I am not a great lover of New York City – nice place to visit but wouldn’t want to live there. I have two daughters who live in the city so I do visit 3-4 times a year. Recently one daughter had foot surgery and to make her recovery easier, she needed help for herself and her daughter. I just spent ten days with them and am now returning home by AMTRAK (the only way I travel to NYC.)
As I return, I reflect on my experience and admit that New Yorkers sometime get a bad rap. There are good and bad people everywhere but some places get more publicity – good or bad – than others. Many acts of kindness were shown me during this 10-day visit. My daughter was housebound because her doctor ordered not to put any weight on her foot and she was not skilled at negotiating the stairs with her crutches. Therefore, I had to assume all household chores: cooking, food shopping, laundry, etc. plus take my granddaughter to school (she started kindergarten while I was there & her mom had to miss her first 2 days).
When I arrived in New York, I took the subway to her apartment. I know my way around on the subway and prefer it to NY cabs. I have learned to travel lightly whether by train or plane, carrying an overnight bag and computer case. At my stop I got off and headed toward the stairs. Just as I was beginning to ascend the steps to the street a young man who was headed down the steps, with a female companion, said “Miss, let me help you with your bag.” I was a pleasantly surprised as he took my bag up to the street level. I thought to myself, “That’s a great welcome to the city” but expected no other such acts. How wrong I was!
There were many friendly gestures I witnessed between others and some to me. A couple stand out. In line at the grocery store I realized I had forgotten to bring my daughter’s store card which meant I could not capitalize on any special sales that required the card. Just as I was about to ask the cashier if she could locate the card if I gave her the phone number the lady in front of me, who had just checked out said, “Here, let her use my card”. (As I type this on the train, the conductor just passed through the almost-empty car where I sat. As he reached a couple seats ahead of me he came back with a big smile and said “Good morning, how are you today?”My day is starting just right.)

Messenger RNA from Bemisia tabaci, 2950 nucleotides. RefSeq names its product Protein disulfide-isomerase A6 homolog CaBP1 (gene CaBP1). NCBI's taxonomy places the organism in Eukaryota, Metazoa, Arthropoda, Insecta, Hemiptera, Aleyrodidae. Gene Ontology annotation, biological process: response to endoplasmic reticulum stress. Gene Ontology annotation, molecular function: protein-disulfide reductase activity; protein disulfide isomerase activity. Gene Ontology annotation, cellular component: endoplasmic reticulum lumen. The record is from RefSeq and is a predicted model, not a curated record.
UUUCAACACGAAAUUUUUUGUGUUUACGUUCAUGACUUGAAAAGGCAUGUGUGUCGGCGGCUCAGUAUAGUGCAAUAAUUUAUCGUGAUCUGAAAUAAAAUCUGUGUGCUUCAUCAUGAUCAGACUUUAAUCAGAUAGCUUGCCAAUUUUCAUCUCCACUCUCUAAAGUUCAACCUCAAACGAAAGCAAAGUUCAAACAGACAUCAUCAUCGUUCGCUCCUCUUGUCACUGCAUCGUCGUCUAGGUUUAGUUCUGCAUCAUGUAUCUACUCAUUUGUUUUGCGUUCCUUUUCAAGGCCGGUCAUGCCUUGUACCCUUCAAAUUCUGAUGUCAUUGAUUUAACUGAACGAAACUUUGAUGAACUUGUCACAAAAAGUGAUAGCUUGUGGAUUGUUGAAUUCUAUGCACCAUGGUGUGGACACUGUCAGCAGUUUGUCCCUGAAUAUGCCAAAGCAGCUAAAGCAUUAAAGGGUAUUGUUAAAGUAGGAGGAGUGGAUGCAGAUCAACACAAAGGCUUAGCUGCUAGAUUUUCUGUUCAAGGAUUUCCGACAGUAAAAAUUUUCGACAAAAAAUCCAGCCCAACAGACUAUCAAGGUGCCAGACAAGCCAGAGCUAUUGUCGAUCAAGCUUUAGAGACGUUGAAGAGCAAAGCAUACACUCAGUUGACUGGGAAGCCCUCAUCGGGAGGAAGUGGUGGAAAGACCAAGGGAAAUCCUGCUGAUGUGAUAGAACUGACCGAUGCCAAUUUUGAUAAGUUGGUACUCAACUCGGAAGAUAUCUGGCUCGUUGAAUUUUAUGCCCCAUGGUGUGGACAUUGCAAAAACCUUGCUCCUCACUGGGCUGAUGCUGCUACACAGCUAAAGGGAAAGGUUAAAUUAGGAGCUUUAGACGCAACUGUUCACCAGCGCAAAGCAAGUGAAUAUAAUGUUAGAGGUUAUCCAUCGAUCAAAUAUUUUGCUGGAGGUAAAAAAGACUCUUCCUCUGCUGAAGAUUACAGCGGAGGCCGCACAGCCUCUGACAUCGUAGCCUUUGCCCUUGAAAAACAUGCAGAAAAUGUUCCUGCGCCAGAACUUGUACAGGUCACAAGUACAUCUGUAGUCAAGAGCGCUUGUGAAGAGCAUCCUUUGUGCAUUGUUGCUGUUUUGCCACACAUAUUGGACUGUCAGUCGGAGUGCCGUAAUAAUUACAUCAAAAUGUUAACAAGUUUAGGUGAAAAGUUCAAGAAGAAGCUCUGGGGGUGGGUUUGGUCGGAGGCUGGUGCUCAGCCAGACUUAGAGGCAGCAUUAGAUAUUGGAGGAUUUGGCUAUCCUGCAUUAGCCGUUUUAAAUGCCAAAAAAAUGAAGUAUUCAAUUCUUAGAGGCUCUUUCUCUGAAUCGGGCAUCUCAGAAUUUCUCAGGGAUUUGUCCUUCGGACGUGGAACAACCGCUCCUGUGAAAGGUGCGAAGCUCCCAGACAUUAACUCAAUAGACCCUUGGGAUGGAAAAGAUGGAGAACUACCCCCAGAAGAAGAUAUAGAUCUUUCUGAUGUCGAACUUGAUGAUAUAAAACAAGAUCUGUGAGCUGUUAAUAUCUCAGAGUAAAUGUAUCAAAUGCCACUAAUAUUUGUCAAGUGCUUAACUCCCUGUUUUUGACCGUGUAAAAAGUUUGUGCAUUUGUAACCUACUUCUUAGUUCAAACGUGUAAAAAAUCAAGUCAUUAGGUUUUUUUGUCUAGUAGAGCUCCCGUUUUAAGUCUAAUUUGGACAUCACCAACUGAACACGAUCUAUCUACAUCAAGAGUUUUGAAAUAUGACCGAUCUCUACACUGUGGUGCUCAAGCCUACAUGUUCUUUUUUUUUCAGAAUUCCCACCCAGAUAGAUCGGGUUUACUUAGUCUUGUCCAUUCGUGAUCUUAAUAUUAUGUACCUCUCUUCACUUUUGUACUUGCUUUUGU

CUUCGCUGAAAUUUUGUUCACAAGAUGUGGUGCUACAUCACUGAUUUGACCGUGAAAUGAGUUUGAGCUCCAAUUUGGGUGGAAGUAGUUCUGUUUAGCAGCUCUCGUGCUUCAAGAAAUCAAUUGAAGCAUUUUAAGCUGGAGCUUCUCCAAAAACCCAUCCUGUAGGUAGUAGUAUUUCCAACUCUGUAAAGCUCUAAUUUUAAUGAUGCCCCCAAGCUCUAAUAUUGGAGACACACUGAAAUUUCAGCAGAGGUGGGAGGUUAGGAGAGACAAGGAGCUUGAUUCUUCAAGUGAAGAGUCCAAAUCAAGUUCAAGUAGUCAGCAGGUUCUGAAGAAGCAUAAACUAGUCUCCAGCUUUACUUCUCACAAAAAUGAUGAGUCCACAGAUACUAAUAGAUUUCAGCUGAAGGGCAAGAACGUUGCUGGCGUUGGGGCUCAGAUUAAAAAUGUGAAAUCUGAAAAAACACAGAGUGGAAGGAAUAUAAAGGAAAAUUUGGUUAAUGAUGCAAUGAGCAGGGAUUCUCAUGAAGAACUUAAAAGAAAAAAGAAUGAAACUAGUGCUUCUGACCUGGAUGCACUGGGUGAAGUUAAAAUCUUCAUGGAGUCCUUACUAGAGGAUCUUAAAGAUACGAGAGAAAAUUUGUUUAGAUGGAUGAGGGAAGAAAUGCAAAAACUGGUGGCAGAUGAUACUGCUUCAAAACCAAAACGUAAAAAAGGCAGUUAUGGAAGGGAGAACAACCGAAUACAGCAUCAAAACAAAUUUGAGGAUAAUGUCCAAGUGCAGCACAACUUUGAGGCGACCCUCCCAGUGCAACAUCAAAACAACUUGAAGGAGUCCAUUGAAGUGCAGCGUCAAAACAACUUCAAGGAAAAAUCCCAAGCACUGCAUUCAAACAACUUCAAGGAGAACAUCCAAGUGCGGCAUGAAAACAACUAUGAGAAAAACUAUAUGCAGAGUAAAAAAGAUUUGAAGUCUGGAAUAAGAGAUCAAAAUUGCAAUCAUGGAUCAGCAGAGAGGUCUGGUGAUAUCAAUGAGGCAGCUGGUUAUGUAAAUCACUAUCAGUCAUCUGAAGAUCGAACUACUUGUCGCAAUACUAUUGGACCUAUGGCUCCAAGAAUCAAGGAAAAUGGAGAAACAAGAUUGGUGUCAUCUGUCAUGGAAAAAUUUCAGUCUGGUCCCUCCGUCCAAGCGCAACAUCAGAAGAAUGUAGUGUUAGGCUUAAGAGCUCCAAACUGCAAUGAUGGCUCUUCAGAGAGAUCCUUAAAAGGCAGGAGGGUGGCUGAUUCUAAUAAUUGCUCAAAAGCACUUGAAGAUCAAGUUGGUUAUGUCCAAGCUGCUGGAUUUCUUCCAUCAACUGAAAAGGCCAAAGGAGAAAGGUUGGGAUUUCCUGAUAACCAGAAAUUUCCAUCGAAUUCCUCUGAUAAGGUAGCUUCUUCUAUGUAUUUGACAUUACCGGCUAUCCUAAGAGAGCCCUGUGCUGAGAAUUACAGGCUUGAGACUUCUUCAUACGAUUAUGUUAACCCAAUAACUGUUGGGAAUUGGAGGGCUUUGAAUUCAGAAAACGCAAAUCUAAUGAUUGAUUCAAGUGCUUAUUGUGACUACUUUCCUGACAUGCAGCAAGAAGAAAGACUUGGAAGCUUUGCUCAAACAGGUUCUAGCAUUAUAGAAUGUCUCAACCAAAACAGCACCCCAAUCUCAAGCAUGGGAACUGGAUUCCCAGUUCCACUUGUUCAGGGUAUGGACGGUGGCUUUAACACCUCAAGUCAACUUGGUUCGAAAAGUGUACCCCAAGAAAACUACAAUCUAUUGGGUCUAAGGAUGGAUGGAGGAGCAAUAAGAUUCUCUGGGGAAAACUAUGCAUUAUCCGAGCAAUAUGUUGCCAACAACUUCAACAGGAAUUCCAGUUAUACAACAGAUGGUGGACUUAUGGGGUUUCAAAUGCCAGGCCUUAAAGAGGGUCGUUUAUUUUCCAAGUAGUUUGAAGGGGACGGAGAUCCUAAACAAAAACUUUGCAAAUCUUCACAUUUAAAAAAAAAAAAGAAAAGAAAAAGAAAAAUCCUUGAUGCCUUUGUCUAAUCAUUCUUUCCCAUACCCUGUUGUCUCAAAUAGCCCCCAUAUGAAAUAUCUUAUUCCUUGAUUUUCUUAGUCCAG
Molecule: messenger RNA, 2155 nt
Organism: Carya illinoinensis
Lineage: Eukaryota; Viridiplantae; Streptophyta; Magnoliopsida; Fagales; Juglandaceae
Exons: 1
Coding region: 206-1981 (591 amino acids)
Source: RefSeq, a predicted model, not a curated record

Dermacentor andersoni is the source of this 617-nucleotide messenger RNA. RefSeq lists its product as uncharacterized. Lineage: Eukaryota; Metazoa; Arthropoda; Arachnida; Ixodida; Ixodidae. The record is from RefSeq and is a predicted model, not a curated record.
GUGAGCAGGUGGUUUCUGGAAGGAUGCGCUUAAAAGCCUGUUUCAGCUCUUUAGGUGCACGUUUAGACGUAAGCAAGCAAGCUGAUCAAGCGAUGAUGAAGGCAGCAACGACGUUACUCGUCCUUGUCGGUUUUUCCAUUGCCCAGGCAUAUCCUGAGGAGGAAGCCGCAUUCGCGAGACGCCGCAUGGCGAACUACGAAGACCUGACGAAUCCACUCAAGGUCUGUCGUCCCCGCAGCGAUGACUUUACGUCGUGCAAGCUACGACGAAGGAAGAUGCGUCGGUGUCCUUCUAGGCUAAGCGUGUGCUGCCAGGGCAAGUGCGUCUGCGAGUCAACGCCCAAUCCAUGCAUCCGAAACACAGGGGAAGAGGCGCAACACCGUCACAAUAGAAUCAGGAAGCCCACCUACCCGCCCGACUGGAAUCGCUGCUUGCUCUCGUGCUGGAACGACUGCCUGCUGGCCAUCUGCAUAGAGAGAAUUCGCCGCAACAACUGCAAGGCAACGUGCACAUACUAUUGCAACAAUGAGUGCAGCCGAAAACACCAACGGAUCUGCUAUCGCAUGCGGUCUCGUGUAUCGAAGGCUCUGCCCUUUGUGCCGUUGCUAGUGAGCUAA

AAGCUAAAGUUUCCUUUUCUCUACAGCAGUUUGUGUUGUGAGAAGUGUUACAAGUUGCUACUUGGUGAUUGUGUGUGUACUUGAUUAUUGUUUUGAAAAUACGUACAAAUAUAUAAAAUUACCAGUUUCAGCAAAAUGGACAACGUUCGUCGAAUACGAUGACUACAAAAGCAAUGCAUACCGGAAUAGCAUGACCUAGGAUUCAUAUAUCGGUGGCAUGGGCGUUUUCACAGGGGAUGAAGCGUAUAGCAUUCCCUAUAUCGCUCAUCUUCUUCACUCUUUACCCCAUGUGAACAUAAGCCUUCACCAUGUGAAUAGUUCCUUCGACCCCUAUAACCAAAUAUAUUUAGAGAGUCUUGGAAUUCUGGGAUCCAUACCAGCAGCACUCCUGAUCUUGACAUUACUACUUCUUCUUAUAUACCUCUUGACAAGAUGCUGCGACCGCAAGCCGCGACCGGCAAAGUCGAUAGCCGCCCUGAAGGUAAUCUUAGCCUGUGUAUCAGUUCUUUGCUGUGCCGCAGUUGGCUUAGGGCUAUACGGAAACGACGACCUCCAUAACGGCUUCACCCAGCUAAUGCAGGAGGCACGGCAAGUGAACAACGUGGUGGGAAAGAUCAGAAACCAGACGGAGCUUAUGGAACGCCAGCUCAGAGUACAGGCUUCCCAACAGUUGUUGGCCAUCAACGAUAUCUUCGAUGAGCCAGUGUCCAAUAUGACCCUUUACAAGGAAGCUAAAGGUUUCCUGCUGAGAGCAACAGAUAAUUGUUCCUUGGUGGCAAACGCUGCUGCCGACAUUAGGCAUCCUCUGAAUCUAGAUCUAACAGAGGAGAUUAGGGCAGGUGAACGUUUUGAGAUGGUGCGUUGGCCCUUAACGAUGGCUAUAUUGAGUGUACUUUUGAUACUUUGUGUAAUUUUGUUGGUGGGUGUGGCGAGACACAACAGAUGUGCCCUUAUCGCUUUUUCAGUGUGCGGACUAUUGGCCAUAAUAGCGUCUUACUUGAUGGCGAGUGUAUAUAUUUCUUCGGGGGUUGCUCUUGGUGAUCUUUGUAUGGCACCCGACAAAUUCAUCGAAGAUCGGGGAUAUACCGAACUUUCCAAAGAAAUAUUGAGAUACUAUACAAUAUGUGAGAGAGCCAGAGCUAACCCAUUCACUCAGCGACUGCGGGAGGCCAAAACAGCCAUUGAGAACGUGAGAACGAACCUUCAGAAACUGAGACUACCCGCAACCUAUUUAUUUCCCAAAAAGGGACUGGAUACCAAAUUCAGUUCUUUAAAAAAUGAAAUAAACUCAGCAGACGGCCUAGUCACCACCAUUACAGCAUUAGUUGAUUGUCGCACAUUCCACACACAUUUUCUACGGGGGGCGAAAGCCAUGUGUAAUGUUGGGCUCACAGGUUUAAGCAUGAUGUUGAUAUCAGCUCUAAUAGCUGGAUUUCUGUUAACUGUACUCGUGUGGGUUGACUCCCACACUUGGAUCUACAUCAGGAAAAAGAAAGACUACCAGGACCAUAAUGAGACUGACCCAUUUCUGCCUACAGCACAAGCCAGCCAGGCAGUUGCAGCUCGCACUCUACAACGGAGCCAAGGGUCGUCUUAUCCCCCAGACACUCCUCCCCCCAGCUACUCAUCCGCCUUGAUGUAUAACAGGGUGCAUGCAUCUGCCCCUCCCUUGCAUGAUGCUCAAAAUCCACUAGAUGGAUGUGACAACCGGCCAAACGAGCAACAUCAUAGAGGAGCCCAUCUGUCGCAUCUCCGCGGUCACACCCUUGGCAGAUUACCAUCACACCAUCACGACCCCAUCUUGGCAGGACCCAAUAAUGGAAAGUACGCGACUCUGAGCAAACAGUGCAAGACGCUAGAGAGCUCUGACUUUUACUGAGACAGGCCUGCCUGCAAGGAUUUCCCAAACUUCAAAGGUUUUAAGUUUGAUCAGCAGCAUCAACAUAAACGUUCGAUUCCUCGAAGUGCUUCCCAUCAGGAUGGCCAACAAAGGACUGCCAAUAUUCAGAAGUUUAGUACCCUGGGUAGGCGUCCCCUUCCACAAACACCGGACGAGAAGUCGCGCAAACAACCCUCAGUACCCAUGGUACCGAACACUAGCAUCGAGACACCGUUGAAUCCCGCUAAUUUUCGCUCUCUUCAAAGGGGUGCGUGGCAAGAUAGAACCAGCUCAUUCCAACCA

Since my daughter was housebound she decided to do some constructive things at home. She cleaned closets and packed bags of clothes to give away. There is a shelter for women and children about a block away so I agreed to take them there. In addition to the clothes she had two strollers. On the street, I was stacking the bags onto one of the strollers when a young lady approached me and said, “Let me help you with those bags”. I accepted her offer and as we walked we chatted. I found out she was not even going in my direction but had crossed the street at the corner behind me and saw me struggling with the bags. She said she just would not have felt right if she had not offered to help.
These are just a few examples but they made an impression on me. None of these people had to do what they did but it is probably a normal way if life for them. It sure made me feel better about mankind and New Yorkers in particular.
The message: Each day try to do something for someone. No matter how small it may seem to you, it could make that person’s day. Sometimes just a smile goes a long way.
Causes Lillian Lambert Supports
American Cancer Society, American Heart Assn, Howard Universit, Impact 100 of Richmond